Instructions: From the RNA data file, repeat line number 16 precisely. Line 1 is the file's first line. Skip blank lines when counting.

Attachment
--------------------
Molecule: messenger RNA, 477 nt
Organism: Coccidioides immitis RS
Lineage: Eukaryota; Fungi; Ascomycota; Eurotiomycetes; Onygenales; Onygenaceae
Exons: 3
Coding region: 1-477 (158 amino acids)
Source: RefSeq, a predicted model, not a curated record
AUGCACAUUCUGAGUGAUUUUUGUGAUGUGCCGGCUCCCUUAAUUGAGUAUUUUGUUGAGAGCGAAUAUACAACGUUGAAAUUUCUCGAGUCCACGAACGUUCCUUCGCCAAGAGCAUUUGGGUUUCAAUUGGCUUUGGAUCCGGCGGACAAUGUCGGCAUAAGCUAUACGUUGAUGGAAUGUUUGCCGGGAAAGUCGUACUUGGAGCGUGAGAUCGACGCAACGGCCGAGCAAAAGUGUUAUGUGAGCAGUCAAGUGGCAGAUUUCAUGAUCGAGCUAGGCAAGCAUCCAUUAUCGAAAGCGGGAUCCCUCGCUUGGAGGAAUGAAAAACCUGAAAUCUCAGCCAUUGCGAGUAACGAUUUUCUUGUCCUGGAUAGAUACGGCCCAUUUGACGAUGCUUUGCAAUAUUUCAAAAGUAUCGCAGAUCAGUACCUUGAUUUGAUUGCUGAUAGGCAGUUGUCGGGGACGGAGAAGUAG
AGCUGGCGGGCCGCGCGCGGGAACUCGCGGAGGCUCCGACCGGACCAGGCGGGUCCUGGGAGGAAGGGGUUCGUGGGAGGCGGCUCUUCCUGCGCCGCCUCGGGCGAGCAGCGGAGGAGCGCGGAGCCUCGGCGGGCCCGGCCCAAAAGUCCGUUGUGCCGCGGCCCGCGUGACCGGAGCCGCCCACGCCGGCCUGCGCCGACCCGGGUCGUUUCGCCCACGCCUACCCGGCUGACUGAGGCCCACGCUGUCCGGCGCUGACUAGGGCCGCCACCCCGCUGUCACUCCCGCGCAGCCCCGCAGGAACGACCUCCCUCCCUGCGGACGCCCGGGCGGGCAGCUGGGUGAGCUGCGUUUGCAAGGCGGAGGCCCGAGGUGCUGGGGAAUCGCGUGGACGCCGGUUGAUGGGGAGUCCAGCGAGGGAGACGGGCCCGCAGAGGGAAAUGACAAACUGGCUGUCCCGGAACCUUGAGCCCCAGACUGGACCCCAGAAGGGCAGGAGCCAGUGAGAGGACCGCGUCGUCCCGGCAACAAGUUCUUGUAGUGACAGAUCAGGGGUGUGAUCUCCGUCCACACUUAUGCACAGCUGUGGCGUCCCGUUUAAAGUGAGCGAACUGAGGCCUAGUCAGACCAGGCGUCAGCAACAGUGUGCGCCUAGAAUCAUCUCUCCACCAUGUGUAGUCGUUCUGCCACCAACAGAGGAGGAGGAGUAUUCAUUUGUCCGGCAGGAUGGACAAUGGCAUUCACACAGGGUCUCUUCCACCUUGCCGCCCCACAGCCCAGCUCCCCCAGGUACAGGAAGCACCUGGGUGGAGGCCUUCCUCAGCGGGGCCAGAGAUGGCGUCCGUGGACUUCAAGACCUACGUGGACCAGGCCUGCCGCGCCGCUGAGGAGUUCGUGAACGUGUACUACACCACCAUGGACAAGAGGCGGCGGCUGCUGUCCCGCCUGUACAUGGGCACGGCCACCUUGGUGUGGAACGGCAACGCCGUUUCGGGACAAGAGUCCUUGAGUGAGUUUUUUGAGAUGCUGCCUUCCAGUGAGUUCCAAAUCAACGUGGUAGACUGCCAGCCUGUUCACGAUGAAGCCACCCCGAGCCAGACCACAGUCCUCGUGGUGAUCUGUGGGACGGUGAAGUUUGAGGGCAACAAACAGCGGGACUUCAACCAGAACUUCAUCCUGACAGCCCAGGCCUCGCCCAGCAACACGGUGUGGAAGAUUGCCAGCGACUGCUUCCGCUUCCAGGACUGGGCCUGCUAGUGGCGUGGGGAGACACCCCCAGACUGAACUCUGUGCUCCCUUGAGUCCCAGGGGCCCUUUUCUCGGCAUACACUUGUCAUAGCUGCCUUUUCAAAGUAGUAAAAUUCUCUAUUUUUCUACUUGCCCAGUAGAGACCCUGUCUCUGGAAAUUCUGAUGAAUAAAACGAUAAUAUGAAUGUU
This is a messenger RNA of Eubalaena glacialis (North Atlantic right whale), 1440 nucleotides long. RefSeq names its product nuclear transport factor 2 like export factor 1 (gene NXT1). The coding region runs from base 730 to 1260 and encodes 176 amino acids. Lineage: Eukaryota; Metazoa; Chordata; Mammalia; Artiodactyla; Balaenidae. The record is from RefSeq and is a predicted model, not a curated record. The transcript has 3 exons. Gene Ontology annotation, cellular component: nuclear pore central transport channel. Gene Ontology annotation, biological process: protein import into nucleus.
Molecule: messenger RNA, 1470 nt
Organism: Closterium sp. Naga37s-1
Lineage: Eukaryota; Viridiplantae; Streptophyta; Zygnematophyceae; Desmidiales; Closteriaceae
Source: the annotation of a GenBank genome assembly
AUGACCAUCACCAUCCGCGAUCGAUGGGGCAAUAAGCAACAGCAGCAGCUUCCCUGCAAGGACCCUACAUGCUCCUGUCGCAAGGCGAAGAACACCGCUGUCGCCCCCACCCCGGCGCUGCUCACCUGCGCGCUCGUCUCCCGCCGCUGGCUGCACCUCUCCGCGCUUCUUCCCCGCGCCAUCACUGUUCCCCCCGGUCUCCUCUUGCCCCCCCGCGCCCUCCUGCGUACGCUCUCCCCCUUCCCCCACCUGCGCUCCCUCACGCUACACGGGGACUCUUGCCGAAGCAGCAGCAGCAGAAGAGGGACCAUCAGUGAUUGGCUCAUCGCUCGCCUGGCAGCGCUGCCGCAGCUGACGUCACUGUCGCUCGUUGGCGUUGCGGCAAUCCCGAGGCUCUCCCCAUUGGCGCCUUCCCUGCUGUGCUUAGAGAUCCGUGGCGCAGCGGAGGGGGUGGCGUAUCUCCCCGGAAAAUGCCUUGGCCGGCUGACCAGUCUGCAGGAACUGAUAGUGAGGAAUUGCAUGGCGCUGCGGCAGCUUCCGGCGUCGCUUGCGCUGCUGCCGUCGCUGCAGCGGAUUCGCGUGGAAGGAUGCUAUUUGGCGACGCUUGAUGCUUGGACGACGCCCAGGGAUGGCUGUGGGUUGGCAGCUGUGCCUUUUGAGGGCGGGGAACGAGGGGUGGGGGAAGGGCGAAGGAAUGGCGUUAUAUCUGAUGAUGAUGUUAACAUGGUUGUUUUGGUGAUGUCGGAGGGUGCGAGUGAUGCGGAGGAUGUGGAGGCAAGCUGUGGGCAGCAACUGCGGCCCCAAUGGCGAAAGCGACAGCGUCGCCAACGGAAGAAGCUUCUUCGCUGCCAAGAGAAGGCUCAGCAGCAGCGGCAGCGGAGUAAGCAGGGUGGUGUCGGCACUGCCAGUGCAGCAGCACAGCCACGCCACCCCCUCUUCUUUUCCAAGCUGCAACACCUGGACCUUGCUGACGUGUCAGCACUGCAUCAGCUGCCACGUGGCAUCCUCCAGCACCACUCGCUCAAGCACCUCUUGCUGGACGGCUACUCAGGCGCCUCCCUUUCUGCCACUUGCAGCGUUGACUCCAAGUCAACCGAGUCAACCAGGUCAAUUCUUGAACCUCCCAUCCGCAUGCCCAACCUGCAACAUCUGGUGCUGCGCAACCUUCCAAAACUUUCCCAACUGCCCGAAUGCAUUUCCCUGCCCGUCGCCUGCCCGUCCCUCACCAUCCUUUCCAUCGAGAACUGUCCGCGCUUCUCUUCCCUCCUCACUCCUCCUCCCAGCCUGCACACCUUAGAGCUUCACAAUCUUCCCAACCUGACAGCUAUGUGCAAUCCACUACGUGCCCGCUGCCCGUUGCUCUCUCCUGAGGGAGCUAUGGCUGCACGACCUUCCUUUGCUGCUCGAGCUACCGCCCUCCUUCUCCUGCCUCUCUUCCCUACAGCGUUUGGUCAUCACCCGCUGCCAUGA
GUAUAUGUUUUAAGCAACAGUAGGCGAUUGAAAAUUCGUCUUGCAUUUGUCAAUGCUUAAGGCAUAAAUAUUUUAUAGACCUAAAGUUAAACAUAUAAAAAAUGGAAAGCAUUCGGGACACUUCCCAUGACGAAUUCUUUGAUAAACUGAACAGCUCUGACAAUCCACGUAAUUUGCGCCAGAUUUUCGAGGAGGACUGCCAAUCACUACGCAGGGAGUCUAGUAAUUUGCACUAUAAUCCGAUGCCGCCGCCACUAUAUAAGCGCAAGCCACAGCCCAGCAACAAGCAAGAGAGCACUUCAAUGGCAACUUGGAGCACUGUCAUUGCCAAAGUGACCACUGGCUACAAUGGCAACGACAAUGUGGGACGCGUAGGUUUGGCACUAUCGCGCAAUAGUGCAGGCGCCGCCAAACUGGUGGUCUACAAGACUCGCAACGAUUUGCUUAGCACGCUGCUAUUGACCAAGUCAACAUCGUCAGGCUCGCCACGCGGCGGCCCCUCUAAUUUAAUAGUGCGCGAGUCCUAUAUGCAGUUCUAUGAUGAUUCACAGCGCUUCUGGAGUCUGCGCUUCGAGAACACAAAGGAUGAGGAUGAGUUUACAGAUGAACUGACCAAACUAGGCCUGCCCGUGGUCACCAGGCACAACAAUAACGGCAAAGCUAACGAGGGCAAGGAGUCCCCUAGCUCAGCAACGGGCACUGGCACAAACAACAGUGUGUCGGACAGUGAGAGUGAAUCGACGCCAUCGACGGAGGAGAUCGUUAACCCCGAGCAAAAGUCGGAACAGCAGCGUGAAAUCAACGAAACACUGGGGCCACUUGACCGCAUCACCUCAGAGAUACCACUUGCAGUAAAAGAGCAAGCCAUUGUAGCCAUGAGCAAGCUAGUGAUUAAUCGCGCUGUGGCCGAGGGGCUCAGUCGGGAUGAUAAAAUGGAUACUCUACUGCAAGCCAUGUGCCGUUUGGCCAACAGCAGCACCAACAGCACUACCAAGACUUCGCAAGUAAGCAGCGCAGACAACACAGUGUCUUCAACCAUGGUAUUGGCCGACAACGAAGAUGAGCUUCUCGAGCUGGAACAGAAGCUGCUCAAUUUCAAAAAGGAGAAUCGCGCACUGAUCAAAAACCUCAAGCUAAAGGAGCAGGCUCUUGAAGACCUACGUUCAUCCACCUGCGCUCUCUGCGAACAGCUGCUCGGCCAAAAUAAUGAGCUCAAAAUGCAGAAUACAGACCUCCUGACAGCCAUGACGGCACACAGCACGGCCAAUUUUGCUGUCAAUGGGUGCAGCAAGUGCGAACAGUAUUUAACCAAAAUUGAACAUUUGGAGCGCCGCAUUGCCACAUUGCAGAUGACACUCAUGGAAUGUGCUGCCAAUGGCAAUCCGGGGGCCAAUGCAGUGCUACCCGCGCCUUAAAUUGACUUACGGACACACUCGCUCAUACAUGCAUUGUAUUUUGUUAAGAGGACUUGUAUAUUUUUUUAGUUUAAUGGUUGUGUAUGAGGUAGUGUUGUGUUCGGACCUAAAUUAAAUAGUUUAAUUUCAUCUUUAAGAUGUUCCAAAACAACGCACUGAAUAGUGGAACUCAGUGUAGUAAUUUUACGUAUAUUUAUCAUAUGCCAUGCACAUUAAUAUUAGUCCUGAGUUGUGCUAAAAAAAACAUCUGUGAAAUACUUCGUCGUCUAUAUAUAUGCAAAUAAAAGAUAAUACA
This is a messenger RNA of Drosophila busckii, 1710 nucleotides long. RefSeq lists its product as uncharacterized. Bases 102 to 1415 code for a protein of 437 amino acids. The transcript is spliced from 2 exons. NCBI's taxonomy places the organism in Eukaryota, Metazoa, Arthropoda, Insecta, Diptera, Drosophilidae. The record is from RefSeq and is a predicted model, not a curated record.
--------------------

This is a messenger RNA of Drosophila busckii, 1710 nucleotides long. RefSeq lists its product as uncharacterized. Bases 102 to 1415 code for a protein of 437 amino acids. The transcript is spliced from 2 exons. NCBI's taxonomy places the organism in Eukaryota, Metazoa, Arthropoda, Insecta, Diptera, Drosophilidae. The record is from RefSeq and is a predicted model, not a curated record.